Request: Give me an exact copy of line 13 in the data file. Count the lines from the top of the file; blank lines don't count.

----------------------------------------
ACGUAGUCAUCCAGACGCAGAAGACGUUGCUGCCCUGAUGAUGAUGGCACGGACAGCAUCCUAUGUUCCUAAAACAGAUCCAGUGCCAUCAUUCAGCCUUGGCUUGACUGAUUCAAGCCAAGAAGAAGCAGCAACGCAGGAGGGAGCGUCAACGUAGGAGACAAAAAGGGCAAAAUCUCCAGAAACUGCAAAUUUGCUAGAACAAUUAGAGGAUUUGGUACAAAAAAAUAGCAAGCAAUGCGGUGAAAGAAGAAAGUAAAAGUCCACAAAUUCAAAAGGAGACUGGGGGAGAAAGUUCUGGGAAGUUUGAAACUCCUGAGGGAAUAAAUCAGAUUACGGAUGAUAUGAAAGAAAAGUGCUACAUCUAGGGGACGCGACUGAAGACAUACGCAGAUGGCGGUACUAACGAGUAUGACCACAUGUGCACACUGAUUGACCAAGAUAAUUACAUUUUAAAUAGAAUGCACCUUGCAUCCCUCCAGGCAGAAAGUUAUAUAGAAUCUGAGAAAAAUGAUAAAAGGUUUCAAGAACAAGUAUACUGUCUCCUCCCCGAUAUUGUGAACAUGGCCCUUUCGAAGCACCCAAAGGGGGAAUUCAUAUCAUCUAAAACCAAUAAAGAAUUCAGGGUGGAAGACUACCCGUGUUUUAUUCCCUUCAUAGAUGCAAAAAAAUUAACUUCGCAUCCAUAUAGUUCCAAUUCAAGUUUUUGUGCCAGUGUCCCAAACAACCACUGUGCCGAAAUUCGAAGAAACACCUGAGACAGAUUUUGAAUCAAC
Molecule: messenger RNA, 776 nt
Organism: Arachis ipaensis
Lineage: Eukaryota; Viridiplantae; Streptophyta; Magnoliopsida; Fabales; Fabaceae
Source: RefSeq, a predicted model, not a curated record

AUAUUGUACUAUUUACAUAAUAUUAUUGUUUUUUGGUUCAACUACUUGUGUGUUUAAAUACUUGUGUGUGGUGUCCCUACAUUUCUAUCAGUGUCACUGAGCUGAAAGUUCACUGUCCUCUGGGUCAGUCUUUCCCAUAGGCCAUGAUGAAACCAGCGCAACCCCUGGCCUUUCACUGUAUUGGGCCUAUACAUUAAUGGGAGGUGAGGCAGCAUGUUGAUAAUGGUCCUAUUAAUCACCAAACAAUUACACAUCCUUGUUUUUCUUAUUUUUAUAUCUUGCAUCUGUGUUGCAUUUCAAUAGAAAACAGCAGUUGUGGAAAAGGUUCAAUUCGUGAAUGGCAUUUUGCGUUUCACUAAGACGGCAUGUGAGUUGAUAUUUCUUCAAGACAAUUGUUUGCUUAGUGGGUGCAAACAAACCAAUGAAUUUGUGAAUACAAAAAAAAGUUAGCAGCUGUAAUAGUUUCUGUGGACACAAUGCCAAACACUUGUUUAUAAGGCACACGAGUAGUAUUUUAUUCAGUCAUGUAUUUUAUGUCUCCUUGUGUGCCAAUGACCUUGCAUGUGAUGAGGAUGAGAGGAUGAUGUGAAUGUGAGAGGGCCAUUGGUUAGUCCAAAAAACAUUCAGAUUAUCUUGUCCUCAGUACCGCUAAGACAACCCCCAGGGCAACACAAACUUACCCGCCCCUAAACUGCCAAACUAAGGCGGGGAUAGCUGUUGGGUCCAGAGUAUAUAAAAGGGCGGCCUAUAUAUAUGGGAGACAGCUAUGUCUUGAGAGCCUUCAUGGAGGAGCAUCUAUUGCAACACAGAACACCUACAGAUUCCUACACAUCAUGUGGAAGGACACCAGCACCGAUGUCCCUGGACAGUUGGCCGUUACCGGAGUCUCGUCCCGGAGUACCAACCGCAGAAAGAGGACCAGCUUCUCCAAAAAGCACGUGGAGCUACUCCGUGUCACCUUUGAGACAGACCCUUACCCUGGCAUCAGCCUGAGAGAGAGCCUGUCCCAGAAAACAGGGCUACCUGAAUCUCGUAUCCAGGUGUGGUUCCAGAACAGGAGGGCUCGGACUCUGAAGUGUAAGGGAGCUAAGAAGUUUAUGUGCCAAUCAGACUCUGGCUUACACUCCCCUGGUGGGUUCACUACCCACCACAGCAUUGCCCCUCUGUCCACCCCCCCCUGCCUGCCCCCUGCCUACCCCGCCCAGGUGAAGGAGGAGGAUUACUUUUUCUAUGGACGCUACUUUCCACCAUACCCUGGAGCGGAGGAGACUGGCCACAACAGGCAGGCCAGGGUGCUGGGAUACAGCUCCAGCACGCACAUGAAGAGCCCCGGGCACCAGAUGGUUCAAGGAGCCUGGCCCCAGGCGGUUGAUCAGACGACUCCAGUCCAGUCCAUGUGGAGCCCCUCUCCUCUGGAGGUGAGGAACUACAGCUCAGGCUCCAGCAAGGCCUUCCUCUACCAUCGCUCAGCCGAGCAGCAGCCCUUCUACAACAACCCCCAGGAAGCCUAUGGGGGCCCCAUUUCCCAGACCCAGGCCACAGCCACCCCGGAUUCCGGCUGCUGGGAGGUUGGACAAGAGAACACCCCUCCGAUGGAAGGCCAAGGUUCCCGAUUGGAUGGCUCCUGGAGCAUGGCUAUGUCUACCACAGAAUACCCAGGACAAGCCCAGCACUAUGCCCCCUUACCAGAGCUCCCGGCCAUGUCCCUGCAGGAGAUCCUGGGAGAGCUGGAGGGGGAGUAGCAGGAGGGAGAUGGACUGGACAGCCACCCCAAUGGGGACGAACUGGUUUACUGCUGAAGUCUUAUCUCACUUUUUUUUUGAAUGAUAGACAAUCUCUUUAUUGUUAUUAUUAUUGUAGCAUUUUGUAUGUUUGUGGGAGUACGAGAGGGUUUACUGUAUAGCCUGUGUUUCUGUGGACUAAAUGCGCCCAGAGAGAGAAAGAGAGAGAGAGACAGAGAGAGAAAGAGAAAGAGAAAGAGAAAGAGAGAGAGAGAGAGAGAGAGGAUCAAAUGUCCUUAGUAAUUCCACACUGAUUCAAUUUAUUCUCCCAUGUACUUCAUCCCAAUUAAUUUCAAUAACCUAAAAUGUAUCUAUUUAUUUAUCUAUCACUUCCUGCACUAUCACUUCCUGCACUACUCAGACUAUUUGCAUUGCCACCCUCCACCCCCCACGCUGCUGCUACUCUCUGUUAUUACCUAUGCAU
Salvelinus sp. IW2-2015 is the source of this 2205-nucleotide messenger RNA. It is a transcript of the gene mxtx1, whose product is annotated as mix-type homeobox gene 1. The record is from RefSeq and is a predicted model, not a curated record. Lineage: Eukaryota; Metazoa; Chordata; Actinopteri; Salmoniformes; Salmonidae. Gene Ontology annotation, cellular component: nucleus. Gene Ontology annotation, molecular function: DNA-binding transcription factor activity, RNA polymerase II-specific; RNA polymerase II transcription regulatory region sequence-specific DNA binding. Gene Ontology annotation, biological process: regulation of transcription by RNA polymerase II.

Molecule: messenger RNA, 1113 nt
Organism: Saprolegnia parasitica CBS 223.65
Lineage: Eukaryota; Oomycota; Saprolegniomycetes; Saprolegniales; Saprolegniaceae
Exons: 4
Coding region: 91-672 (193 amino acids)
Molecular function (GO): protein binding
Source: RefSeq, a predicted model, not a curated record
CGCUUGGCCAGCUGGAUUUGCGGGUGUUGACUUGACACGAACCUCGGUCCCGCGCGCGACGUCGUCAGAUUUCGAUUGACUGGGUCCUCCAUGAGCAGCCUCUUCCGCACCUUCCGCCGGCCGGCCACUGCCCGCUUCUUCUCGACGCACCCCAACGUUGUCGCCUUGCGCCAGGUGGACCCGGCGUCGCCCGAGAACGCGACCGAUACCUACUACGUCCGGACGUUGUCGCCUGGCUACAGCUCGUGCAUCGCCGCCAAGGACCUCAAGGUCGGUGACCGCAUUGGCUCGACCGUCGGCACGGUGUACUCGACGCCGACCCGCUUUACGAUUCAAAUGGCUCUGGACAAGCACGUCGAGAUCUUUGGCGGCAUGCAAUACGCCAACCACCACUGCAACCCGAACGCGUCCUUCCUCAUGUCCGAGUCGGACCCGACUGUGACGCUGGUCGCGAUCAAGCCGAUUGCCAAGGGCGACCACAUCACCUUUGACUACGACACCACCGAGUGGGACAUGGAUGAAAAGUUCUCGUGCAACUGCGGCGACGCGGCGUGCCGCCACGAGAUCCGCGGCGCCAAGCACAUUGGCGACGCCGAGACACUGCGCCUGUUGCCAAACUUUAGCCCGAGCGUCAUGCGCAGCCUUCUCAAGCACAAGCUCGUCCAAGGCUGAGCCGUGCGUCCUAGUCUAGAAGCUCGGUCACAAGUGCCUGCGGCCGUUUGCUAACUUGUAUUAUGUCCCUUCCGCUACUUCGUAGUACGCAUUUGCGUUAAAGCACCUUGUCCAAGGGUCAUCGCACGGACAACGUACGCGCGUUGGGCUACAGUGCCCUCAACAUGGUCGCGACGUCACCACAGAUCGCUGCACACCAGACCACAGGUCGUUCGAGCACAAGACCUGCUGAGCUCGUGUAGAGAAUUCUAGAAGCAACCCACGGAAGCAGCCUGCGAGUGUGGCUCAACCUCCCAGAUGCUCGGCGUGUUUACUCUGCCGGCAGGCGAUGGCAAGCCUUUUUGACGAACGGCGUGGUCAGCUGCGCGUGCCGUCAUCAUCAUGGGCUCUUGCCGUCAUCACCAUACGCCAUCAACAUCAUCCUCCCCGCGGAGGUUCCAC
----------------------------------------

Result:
Molecular function (GO): protein binding